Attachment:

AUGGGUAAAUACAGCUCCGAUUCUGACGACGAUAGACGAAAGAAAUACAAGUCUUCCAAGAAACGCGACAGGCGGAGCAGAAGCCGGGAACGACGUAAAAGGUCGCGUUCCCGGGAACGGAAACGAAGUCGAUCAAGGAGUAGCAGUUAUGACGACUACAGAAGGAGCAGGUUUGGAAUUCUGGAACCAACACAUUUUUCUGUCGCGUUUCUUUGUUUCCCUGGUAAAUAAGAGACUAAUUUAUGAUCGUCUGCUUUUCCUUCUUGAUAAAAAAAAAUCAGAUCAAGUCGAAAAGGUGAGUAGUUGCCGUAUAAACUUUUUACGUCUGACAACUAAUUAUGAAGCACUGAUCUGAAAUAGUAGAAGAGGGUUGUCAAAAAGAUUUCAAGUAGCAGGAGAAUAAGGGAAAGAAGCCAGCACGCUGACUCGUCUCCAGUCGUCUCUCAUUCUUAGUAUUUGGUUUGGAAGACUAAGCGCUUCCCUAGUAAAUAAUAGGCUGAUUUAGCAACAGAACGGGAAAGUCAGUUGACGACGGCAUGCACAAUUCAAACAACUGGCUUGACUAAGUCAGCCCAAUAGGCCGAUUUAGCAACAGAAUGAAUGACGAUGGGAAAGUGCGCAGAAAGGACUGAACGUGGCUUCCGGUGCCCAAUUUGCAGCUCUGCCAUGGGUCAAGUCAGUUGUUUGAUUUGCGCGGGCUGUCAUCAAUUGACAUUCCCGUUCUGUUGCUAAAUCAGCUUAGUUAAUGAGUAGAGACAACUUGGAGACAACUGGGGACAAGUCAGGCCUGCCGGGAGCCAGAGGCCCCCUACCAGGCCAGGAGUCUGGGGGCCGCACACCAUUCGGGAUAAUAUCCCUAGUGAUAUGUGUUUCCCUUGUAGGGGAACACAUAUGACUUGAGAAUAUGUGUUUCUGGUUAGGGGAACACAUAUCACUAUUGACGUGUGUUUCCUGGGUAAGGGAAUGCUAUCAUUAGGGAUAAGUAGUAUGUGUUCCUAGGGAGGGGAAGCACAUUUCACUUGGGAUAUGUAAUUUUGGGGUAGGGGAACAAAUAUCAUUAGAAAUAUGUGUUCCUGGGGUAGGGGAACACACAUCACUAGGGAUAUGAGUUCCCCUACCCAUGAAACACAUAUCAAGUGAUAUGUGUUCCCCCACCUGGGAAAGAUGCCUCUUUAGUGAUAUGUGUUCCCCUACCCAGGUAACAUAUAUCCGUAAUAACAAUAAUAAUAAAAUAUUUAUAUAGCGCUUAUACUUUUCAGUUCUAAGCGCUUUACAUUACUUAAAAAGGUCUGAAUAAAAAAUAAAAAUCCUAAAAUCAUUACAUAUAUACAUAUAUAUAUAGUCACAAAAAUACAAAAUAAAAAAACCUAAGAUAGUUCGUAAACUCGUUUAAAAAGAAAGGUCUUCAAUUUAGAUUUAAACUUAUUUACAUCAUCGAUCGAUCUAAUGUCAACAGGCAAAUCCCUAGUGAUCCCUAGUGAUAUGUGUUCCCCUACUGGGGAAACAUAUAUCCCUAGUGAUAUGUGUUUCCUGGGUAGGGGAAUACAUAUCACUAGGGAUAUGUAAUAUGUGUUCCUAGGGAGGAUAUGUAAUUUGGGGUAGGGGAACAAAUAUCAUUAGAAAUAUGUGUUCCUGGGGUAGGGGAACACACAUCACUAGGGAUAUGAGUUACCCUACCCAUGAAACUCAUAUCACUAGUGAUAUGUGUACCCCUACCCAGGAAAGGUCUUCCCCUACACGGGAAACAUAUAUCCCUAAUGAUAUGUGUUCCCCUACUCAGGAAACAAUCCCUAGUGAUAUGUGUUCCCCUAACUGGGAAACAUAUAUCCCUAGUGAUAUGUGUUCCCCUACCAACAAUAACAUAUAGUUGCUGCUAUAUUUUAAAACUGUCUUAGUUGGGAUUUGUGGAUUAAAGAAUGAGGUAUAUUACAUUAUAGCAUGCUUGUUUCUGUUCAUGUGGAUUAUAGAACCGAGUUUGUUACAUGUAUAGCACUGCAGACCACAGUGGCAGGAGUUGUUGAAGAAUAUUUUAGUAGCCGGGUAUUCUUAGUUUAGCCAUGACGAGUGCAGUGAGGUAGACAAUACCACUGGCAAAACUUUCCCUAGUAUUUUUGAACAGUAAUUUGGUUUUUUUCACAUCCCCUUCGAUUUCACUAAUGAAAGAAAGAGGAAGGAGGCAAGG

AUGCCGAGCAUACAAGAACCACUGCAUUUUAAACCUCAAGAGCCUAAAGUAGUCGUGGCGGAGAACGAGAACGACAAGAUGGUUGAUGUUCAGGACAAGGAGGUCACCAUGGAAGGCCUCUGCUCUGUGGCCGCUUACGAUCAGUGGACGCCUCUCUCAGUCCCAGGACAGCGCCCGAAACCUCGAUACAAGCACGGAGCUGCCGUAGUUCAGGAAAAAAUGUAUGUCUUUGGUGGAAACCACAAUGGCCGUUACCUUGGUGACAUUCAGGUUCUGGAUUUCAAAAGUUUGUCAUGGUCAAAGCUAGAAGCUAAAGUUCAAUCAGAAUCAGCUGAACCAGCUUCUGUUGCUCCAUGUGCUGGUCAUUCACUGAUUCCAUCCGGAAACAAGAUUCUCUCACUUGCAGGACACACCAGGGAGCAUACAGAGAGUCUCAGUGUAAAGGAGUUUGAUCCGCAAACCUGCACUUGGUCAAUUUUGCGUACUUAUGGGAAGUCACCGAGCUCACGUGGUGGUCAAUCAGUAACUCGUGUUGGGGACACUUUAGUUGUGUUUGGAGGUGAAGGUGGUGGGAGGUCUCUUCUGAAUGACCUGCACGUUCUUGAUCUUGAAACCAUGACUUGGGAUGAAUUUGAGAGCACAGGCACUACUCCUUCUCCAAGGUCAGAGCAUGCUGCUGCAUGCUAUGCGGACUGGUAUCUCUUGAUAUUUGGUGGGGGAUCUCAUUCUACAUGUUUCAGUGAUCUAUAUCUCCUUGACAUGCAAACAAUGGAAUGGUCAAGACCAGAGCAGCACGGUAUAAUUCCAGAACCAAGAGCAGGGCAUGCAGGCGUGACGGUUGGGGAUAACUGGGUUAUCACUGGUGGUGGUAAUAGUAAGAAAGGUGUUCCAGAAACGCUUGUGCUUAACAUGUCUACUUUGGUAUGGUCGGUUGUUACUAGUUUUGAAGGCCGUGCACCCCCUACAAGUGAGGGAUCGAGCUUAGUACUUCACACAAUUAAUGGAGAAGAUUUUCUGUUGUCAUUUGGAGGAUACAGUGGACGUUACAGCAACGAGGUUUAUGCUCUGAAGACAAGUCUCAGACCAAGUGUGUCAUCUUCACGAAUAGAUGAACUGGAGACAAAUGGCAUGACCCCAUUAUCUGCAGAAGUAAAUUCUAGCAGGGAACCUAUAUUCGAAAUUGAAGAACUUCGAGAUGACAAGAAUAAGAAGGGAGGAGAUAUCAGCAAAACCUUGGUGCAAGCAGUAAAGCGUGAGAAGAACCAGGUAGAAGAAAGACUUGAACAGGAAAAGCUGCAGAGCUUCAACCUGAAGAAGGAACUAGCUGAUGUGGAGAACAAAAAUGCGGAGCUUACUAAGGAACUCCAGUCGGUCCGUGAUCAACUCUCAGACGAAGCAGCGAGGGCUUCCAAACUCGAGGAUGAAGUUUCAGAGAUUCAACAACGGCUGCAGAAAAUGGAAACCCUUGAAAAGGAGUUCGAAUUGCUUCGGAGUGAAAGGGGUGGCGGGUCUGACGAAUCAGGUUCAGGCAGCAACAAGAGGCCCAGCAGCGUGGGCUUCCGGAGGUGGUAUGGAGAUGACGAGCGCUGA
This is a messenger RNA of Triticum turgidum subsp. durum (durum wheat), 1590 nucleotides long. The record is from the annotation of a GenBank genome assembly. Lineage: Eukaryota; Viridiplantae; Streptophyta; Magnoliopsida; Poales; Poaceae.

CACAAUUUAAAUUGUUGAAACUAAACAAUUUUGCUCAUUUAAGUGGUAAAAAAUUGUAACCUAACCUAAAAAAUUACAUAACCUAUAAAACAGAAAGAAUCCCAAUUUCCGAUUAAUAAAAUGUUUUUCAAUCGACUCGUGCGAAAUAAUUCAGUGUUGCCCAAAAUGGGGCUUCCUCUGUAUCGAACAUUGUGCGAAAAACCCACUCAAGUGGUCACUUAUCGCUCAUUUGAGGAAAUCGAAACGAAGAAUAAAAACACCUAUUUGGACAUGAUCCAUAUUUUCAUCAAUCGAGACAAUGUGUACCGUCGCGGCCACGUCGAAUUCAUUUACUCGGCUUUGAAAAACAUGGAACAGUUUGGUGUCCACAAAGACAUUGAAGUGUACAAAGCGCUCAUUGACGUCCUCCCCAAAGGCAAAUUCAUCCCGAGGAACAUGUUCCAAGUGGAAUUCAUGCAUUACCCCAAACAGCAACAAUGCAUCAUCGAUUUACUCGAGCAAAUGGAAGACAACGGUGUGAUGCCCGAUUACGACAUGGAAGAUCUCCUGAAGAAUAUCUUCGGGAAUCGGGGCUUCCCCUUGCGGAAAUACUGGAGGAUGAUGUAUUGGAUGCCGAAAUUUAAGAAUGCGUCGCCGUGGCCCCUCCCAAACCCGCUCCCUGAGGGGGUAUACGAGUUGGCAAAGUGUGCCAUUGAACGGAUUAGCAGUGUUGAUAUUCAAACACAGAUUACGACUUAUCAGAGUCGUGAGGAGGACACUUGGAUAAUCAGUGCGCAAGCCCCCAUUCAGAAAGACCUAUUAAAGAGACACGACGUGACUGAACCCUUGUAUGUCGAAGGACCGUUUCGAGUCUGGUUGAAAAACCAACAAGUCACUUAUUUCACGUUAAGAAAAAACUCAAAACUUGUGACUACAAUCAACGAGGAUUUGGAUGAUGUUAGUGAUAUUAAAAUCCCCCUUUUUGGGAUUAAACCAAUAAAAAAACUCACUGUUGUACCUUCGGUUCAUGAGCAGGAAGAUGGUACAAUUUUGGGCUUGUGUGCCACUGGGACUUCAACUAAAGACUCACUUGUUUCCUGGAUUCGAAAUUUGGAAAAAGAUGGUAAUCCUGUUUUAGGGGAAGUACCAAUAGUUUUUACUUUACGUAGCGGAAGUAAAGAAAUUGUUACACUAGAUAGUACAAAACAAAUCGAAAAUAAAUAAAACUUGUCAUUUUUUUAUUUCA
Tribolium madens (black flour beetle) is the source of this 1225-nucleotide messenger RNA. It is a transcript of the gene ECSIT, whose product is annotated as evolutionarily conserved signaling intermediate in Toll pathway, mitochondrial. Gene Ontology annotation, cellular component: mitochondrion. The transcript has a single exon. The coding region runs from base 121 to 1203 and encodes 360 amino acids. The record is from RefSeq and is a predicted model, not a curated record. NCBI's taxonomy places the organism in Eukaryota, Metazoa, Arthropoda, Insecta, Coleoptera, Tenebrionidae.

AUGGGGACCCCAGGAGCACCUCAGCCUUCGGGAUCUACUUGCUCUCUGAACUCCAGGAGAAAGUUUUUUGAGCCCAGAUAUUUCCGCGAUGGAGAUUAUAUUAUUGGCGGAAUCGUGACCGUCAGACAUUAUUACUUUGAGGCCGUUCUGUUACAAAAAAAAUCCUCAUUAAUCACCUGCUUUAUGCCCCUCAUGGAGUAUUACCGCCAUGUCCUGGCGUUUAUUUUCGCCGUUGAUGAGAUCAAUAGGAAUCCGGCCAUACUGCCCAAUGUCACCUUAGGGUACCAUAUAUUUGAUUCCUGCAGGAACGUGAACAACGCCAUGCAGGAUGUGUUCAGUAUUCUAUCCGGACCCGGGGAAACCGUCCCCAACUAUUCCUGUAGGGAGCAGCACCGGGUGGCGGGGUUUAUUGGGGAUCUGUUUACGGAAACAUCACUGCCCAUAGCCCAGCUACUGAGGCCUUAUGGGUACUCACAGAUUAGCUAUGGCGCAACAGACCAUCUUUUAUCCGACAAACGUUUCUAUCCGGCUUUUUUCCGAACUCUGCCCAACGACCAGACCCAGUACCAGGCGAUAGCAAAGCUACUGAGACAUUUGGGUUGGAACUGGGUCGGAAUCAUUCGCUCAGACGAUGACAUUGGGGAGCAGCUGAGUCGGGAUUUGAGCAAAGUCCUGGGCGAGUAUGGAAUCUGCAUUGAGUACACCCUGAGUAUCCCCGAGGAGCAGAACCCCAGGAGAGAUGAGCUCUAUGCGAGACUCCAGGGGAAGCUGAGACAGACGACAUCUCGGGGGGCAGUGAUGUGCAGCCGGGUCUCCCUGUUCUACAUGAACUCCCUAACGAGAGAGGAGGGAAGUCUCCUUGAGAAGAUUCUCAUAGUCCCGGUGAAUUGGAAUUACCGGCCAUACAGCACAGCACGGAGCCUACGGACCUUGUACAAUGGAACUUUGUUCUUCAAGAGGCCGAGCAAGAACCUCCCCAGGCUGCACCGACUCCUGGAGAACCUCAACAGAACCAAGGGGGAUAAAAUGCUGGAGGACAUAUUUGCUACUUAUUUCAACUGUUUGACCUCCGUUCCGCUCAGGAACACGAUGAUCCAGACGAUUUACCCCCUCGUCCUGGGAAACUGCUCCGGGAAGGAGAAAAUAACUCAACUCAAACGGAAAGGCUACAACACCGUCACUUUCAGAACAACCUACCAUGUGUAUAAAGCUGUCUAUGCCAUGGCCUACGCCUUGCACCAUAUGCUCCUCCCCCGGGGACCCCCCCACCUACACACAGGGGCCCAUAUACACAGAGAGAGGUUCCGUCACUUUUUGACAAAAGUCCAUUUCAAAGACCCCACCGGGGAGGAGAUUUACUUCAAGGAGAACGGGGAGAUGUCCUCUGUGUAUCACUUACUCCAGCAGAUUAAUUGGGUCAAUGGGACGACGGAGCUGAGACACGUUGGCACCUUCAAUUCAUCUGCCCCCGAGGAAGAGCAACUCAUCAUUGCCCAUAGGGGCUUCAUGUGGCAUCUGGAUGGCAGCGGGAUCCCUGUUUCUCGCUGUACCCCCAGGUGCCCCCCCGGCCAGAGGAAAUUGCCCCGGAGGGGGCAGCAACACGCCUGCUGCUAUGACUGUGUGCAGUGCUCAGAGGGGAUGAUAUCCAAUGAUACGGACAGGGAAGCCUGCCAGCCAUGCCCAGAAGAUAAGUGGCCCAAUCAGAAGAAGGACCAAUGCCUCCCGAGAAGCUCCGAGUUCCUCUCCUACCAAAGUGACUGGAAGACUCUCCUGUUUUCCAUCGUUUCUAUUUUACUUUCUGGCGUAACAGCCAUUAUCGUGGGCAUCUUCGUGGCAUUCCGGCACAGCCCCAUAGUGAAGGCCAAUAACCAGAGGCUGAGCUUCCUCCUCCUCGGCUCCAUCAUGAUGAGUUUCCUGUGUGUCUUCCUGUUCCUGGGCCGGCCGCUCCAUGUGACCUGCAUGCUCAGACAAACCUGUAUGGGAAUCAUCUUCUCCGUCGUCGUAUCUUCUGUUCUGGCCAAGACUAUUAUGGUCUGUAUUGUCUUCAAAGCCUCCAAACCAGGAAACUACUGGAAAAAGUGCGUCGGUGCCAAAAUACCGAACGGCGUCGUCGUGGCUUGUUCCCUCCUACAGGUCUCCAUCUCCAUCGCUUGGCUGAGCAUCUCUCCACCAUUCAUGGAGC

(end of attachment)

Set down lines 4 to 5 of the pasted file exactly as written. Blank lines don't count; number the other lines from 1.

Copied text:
CACAAUUUAAAUUGUUGAAACUAAACAAUUUUGCUCAUUUAAGUGGUAAAAAAUUGUAACCUAACCUAAAAAAUUACAUAACCUAUAAAACAGAAAGAAUCCCAAUUUCCGAUUAAUAAAAUGUUUUUCAAUCGACUCGUGCGAAAUAAUUCAGUGUUGCCCAAAAUGGGGCUUCCUCUGUAUCGAACAUUGUGCGAAAAACCCACUCAAGUGGUCACUUAUCGCUCAUUUGAGGAAAUCGAAACGAAGAAUAAAAACACCUAUUUGGACAUGAUCCAUAUUUUCAUCAAUCGAGACAAUGUGUACCGUCGCGGCCACGUCGAAUUCAUUUACUCGGCUUUGAAAAACAUGGAACAGUUUGGUGUCCACAAAGACAUUGAAGUGUACAAAGCGCUCAUUGACGUCCUCCCCAAAGGCAAAUUCAUCCCGAGGAACAUGUUCCAAGUGGAAUUCAUGCAUUACCCCAAACAGCAACAAUGCAUCAUCGAUUUACUCGAGCAAAUGGAAGACAACGGUGUGAUGCCCGAUUACGACAUGGAAGAUCUCCUGAAGAAUAUCUUCGGGAAUCGGGGCUUCCCCUUGCGGAAAUACUGGAGGAUGAUGUAUUGGAUGCCGAAAUUUAAGAAUGCGUCGCCGUGGCCCCUCCCAAACCCGCUCCCUGAGGGGGUAUACGAGUUGGCAAAGUGUGCCAUUGAACGGAUUAGCAGUGUUGAUAUUCAAACACAGAUUACGACUUAUCAGAGUCGUGAGGAGGACACUUGGAUAAUCAGUGCGCAAGCCCCCAUUCAGAAAGACCUAUUAAAGAGACACGACGUGACUGAACCCUUGUAUGUCGAAGGACCGUUUCGAGUCUGGUUGAAAAACCAACAAGUCACUUAUUUCACGUUAAGAAAAAACUCAAAACUUGUGACUACAAUCAACGAGGAUUUGGAUGAUGUUAGUGAUAUUAAAAUCCCCCUUUUUGGGAUUAAACCAAUAAAAAAACUCACUGUUGUACCUUCGGUUCAUGAGCAGGAAGAUGGUACAAUUUUGGGCUUGUGUGCCACUGGGACUUCAACUAAAGACUCACUUGUUUCCUGGAUUCGAAAUUUGGAAAAAGAUGGUAAUCCUGUUUUAGGGGAAGUACCAAUAGUUUUUACUUUACGUAGCGGAAGUAAAGAAAUUGUUACACUAGAUAGUACAAAACAAAUCGAAAAUAAAUAAAACUUGUCAUUUUUUUAUUUCA
Tribolium madens (black flour beetle) is the source of this 1225-nucleotide messenger RNA. It is a transcript of the gene ECSIT, whose product is annotated as evolutionarily conserved signaling intermediate in Toll pathway, mitochondrial. Gene Ontology annotation, cellular component: mitochondrion. The transcript has a single exon. The coding region runs from base 121 to 1203 and encodes 360 amino acids. The record is from RefSeq and is a predicted model, not a curated record. NCBI's taxonomy places the organism in Eukaryota, Metazoa, Arthropoda, Insecta, Coleoptera, Tenebrionidae.